Georg Friedrich Haas will be composer-in-residence at this year’s LUCERNE FESTIVAL – and not just because his works are perfectly in keeping with this year‘s “night” theme. Haas’ oeuvre is far more complex. Founded in tradition, it conquers listeners with its truly unprecedented, utopian adventures in sound.
I first encountered Georg Friedrich Haas’ music many years ago at Zurich’s Schiffbau with a staging of in vain by Anna Viebrock. The darkening of the concert room and the flow of the music – that trip-like sound has been etched into my soul, perhaps my subconscious, ever since. A unique piece of new music. This year will finally see more of Georg Friedrich Haas’ music performed at the festival. With the “night” theme, it made sense to invite him to be composer-in-residence and to offer a small retrospective performance. Dangerously so because it is almost a clichéd idea: he has already been labelled “the composer of the night” by the press and invited to other festivals with similar themes.
The titles of his works themselves illustrate this: Nacht-Schatten, String Quartet No. 3 In iij Noct., the chamber opera Nacht and other titles fit like a glove – but there is a danger that one may fail to look below the surface. It is common knowledge that the dark hampers vision, but enhances hearing all the more. And that is exactly what Georg Friedrich Haas, who is fully aware of the dangerous catchiness of titles, is interested in. Speaking against the restriction and bias of words, he says: “To me, composing means thinking in sound” – which primarily means exploring the depths by listening and thinking.
The composer searches for unearthed treasures in spheres other than the rational light of day or the evenly tempered tuning that clips natural harmonics to fit. His explorations have more in common with “Moon Grammar” (Thomas Mann, Joseph and his Brothers) than with the mystical darkness of a night-obsessed romance. The night as a state of heightened awareness of the senses and enhanced mental ability is more characteristic of the impetus of Haas’ work, especially his explorations in the land of micro-tuning – an aspect I also find interesting with respect to our festival programme.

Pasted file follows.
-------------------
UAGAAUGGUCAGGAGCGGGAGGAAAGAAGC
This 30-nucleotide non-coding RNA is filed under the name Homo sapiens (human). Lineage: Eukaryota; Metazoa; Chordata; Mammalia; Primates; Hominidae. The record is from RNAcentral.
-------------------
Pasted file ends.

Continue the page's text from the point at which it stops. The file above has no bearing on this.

Haas takes listeners to places where the ground is not as solid as it seems.
Three examples demonstrate the way in which we will be handling Haas’ music. With lecturers from the Kairos Quartet and in cooperation with Lucerne University of Music, a string quartet master course will be held on the third string quartet In iij Noct. Under Haas’ instruction, different string quartets will work on the piece, which is performed in total darkness and which can be heard on 17 September in four different interpretations.
As is generally known, in his Hölderlin-based opera Nacht, the composer refers to the “night of the soul”: “To me, the word ‘night’ is not connected with romanticised ideas, but with a loss of reality and hopelessness, with mental derangement, with the loss of utopias.” This is illustrated by Hölderlin’s words: “There is a silence, an oblivion of all existence, in which it seems that we have lost everything, a night of the soul where no star glimmers nor even a rotting piece of wood gives us light.” We can therefore look forward to a première at the festival on 16–17 September. The director Desirée Meiser and stage and costume designer Nives Vidauer will stage a new production of the piece, with the aid of a thermal imaging camera.
Haas’ relationship to Hölderlin, which means so much to him, will be explored in depth at a workshop concert as part of the LUCERNE FESTIVAL ACADEMY on 20 August. The concert will showcase different versions of the solo and chamber music works ... aus freier Lust ... verbunden and the ensemble piece ... Einklang freier Wesen ... and will be presented by Georg Friedrich Haas. The publisher of the Frankfurt edition of Hölderlin, D. E. Sattler, will also talk about the words taken from Hölderlin’s Hyperion. Haas and Sattler, whom Haas holds in great esteem and whose work also blazed the way for Luigi Nono and other composers, will meet there for the first time.
Along with in vain and String Quartet No. 6, which was written for the Hagen Quartet and recently premièred in Salzburg, there will also be a second première on 10 September. Georg Friedrich Haas is currently working on his seventh string quartet with live electronics for the Arditti Quartet and the SWR Experimentalstudio – a piece commissioned for the festival.
As far as catchiness is concerned, Haas’ two works Hyperion, Concerto for light and orchestra and limited approximations (for six microtonally tuned pianos and orchestra) are by no means easy to comprehend. With their utopian approach, which goes beyond any conventional production format, they are a challenge for any event organiser and await us too. We will accept the challenge because we need this music.
Mark Sattler, dramaturgy, contemporary music LUCERNE FESTIVAL